Rory Brown didn't tolerate dissent — or people who didn't pay him back.
As the chief executive of Lydian Private Bank in Palm Beach, Brown led the institution to astonishing heights but oversaw an equally stunning collapse.
In business for a decade, Brown and the bank churned through top executives and were accused by borrowers and other banks of tricking them into bad deals.
In the most bizarre episode, a California man says the bank hired debt collectors who showed up at his home brandishing guns to force him to sign over the deed to his property.
Shuttered in August 2011, the bank is now the subject of multiple investigations by federal law enforcement agencies, the FDIC says
In lawsuits by investors, the bank was accused of fraudulent and illegal behavior. No one has been charged with a crime, and all but two of eight federal suits against the bank have been settled or dismissed.
In each court filing, attorneys for the bank and its executives denied wrongdoing.
At the center of it all was Brown, who founded Lydian at the end of the technology boom and hoped to create a new type of financial institution: a virtual bank that raised deposits and made loans over the Internet without having to spend millions on brick-and-mortar branches.
For a while, the idea worked.
Lydian grew to $2.1 billion in assets by 2009 and branched out into the lucrative field of "wealth management" by buying a company that provided investment services to multimillionaires.
But the bank's rise was met with criticism.
One lawsuit filed by a former board member claims that Brown fired those who opposed him and sought directors who acted as a "puppet board that would do his bidding."
The FDIC said that Brown once went through four chief financial officers in four years and finally settled on one who was so inexperienced that he repeatedly made basic accounting errors.
Such was the fear among insiders that during an examination in 2008, someone gave regulators an anonymous note saying that several directors had quit because Brown was "mismanaging the finances with irresponsible desperation."
Brown did not return messages left with his attorney and with a former board member. In response to lawsuits, he has claimed that the bank did nothing wrong — it was simply a victim of the Great Recession.
The board was so influenced by Brown, the FDIC said, that it could not even maintain accurate minutes. And it was Brown, examiners said, who pushed the bank toward its riskiest loans — the same type of exotic mortgages that tore apart Wall Street firms at the beginning of the recession.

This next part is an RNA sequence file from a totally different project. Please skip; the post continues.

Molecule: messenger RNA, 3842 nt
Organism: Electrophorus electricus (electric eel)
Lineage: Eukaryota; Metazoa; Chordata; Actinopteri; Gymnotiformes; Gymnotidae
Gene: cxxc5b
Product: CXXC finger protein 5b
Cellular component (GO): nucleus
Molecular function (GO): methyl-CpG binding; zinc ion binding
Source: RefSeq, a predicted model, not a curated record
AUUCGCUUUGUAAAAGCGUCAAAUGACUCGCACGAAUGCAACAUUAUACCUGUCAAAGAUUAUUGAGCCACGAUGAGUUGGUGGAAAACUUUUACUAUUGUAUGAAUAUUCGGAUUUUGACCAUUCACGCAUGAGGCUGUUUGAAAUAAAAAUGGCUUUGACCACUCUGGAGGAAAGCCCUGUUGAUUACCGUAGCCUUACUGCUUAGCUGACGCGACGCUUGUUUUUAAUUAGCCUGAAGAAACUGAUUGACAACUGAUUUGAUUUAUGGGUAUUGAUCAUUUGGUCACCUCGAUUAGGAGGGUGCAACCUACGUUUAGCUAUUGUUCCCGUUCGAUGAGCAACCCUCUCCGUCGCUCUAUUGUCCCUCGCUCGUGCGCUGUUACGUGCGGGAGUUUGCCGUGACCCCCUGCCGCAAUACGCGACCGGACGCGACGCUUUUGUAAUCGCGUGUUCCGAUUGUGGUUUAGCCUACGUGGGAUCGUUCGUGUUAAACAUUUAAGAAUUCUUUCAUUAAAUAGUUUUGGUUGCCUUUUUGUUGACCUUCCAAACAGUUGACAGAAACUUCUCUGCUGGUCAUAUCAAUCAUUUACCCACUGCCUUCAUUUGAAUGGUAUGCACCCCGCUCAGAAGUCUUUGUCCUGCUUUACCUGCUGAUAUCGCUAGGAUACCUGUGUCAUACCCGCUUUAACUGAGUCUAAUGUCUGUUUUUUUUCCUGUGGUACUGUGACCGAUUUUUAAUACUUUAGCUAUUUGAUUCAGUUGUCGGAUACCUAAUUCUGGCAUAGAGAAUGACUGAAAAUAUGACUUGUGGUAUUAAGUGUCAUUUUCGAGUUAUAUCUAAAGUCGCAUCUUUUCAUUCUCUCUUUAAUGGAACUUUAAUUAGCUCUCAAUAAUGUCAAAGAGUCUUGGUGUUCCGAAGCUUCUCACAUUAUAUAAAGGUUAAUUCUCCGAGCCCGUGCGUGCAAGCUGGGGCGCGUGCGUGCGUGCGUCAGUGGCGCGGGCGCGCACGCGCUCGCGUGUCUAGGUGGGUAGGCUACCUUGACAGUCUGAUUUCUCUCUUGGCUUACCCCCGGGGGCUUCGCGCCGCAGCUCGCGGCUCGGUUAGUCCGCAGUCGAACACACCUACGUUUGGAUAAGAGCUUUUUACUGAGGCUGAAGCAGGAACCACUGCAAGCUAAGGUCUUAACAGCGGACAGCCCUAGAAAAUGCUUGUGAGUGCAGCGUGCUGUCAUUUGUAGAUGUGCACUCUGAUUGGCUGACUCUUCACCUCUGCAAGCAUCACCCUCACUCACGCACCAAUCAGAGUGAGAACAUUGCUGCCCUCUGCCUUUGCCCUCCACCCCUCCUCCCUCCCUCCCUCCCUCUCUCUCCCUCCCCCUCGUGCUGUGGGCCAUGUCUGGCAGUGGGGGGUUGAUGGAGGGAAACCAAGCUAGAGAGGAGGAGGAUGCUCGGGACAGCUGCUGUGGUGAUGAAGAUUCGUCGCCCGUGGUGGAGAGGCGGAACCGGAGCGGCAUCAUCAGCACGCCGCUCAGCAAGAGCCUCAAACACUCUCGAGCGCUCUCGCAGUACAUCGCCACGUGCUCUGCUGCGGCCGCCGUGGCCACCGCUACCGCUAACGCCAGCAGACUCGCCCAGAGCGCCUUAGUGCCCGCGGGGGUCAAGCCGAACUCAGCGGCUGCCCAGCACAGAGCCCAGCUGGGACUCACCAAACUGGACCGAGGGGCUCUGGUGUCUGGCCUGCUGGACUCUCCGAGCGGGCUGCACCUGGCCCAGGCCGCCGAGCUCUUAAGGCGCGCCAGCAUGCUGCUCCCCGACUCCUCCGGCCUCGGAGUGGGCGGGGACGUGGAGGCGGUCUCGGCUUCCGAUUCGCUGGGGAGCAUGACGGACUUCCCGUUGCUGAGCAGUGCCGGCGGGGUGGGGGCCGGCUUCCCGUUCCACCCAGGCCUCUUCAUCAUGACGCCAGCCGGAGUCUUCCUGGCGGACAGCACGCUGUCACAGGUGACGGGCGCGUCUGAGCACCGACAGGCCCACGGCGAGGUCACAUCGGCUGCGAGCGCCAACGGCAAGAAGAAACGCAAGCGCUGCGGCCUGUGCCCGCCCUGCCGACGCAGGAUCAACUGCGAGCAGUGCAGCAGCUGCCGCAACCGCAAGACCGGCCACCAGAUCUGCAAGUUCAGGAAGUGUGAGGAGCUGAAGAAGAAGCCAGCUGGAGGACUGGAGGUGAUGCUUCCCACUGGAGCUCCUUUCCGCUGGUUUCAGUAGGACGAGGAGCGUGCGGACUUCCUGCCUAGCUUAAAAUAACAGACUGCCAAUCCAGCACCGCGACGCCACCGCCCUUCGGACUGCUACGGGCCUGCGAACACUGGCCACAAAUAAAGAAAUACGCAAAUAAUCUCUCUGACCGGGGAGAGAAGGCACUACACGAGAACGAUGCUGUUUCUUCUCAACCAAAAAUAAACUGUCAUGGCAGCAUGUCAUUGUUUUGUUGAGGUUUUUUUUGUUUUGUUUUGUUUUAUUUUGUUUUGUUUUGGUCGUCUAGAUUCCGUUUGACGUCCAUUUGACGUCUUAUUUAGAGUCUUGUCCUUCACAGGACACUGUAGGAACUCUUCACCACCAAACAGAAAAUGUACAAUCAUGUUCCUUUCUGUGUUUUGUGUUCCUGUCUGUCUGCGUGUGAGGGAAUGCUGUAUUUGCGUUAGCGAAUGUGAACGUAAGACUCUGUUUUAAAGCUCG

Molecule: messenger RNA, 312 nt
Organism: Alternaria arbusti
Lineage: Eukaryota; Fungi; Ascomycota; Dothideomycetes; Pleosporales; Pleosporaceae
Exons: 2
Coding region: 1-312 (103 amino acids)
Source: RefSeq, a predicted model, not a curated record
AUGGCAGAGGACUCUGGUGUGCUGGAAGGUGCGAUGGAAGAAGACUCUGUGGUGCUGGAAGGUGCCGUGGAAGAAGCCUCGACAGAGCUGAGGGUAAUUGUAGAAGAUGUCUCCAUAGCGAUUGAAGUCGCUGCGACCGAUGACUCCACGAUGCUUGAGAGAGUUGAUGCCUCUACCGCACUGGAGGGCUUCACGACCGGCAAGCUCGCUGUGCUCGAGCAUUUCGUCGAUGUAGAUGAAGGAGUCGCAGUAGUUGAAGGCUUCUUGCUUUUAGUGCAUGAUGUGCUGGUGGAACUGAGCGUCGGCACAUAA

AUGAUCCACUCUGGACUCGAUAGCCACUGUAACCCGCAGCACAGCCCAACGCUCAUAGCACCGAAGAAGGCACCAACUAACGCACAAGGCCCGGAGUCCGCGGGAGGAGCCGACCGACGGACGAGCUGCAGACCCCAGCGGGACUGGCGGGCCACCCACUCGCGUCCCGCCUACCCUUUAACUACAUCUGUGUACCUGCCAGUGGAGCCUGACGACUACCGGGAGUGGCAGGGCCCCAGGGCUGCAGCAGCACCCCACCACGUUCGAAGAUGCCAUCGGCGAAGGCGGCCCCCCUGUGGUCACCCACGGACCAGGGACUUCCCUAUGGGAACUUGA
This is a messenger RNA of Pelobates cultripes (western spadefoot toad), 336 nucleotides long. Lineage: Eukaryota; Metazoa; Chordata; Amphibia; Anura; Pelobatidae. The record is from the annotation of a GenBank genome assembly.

In one of the suits against Lydian, Provident Funding Associates accused the bank of selling it 24 fraudulent mortgages totaling $5 million.
Documents contained false information about borrowers' employment, income and down payments, Provident said.
The bank denied those claims in court papers. The case was dismissed a year after the FDIC seized Lydian in August 2011.
Other lawsuits accuse the bank of luring borrowers into loans without properly advising them of the true costs, and of purposefully including false and misleading information in loan documents.
Those suits were settled or dismissed.
In December 2009, a California couple defaulted on a loan from Lydian and sued the bank, saying it sent two debt collectors to their home as they were sitting down to eat dinner with guests. The debt collectors told them to sign over the deed to a piece of property and settle up with the bank.
When Charles Elfsten asked the bank's representatives to leave, the suit alleged, the duo brandished guns as a warning.
"While at the home, and in full view of plaintiff Charles Elfsten, defendant Steve LaRoche pulled back his coat and showed and brandished to Mr. Elfsten his firearm, and defendant Terry LaRoche opened her purse and showed and brandished to Mr. Elfsten her firearm," the lawsuit said.
The bank denied these charges in court and the case was dismissed.
The LaRoches did not return a phone message left with a receptionist at their real estate office in Whittier, Calif.
As the bank's fortunes deteriorated, shareholders accused Brown of cutting corners.
In a lawsuit filed in March 2012, investors from New York and Connecticut sued Brown for selling them bank stock based on false information.
The shareholders also presented documents from Lydian's auditor - PriceWaterhouseCoopers - showing that the bank lent $20 million to a South Carolina company in September 2008.
That company used $15 million of the proceeds to purchase stock in the bank. Similar transactions have landed other Florida bankers in jail. Banks are not allowed to lend money to borrowers for the purpose of buying stock a transaction considered a deceptive effort to prop up the lender's flagging finances. In Naples, Orion Bank's chief executive was sentenced to six years in prison for orchestrating a similar deal.
The case remains pending.
Meanwhile, federal regulators found other problems at Lydian and forced the bank to refile several financial reports from 2002 through 2011. It was also ordered to restate its 2008 and 2009 statements because of "aggressive and erroneous accounting methods."